Tuesday, August 19, 2008

excerpt du jour

from Dorothy Parker's 
The Waltz

"Why, thank you so much.  I'd adore to.

I don't want to dance with him.  
I don't want to dance with anybody.  
And even if I did, it wouldn't be him.  He'd be well
down among the last ten.  I've seen the way he dances;
it looks like something you do on Saint Walpurgis Night.
Just think, not a quarter of an hour ago,
here I was sitting, feeling so sorry for the poor girl
he was dancing with.  And now I'm going to be the poor girl.
Well, well.  Isn't it a small world?

And a peach of a world, too.  A true little corker.  
It's events are so fascinatingly unpredictable,
are not they?  Here I was, minding my own business,
not doing a stitch of harm to any living soul.
And then he comes into my life, all smiles
and city manners, to sue me for the favor
of one memorable mazurka.  
Why, he scarcely knows my name, let alone
what it stands for.  It stands for
Despair, Bewilderment, Futility, Degradation,
and Premeditated Murder, but little does he wot.
I don't wot his name, either; I haven't any idea what it is.
Jukes, would be my guess from the look in his eyes.
How do you do, Mr. Jukes?  And how is that dear
brother of yours, with the two heads?

Ah, now why did he have to come around me,
with his low requests?  Why can't he let me lead my 
own life?  I ask so little--just to be left alone
in my quiet corner of the table, to do my
evening brooding over all my sorrows.
And he must come, with his bows and his scrapes and his 
may-I-have-this-ones.  And I had to go and tell him
that I'd adore to dance with him.
I cannot understand why I wasn't struck right down dead.
Yes, and being struck dead would look like a day
in the country, compared to struggling out a dance
with this boy.  But what could I do?  
Everyone else at the table had got up to dance,
except him and me.  There I was, trapped.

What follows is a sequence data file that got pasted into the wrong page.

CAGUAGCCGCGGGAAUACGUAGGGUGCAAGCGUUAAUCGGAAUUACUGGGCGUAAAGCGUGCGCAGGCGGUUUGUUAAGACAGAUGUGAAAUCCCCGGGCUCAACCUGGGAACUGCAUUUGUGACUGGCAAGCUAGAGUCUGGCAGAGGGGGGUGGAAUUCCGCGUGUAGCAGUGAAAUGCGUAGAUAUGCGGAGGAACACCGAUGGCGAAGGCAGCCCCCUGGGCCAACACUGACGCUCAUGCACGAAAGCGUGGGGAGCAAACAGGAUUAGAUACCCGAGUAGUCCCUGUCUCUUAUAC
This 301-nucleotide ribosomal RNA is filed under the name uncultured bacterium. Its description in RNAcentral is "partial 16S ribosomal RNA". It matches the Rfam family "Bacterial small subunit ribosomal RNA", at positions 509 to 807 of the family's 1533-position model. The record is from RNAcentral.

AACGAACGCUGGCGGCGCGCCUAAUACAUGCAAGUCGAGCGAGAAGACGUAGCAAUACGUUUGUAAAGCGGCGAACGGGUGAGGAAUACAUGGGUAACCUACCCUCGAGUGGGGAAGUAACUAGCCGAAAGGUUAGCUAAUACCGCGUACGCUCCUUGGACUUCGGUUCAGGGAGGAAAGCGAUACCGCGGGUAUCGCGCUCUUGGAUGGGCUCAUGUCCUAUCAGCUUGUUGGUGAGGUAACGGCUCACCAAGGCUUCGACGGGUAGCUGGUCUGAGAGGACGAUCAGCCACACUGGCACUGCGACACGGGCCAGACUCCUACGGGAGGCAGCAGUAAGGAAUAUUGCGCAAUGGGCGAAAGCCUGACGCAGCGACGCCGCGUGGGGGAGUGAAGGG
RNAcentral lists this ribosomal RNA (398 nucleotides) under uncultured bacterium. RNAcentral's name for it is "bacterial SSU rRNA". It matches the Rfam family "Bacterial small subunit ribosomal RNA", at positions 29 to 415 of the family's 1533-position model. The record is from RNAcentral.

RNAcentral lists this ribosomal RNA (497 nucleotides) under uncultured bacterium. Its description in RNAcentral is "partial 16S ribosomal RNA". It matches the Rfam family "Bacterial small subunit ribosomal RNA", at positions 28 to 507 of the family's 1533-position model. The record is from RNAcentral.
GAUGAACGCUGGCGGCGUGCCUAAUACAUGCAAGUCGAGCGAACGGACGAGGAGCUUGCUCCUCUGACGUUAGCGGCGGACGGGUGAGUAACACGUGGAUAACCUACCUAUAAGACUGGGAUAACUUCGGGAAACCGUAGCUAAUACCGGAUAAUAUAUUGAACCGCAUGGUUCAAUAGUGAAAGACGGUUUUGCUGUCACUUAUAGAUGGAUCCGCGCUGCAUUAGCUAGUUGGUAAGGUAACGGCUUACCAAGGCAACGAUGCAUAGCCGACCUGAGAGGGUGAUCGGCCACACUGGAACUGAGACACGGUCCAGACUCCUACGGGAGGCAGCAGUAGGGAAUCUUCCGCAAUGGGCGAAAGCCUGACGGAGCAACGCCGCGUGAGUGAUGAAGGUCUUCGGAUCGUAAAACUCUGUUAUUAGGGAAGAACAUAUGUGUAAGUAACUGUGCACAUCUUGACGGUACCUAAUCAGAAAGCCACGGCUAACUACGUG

Trapped like a trap in a trap.

What can you say, when a man asks you to dance 
with him?  I most certainly will not dance
with you, I'll see you in hell first.
Why, thank you, I'd like to awfully,
but I'm having labor pains.  Oh, yes,
do let's dance together--it's to nice
to meet a man who isn't a scaredy-cat
about catching my beri-beri.
No.  There was nothing for me to do, but say
I'd adore to.  Well, we might as well get it
over with.  All right, Cannonball, let's 
run out on the field.  You won the toss;
you can lead.

Why, I think it's more of a waltz, really.
Isn't it?  We might just listen
to the music a second.  Shall we?
Oh, yes, it's a waltz.  Mind?  Why, I'm 
simply thrilled.  I'd love to waltz with you.

I'd love to waltz with you.  I'd love to 
waltz with you.  I'd love to have my tonsils out,
I'd love to be in a midnight fire at sea.
Well, it's too late now.  We're getting under way.
Oh.  Oh, dear.  Oh, dear, dear, dear.
Oh, this is even worse than I thought
it would be.  I suppose that's the
one dependable law of life--
everything is always worse than you
thought it was going to be.  

2 comments:

d/b/c/m said...

dorothy should have smoked a joint before she went to the dance. (heh heh).

Jus said...

that poor boy should have used my most famous line when rejected,

"Don't be picky...I wasn't!'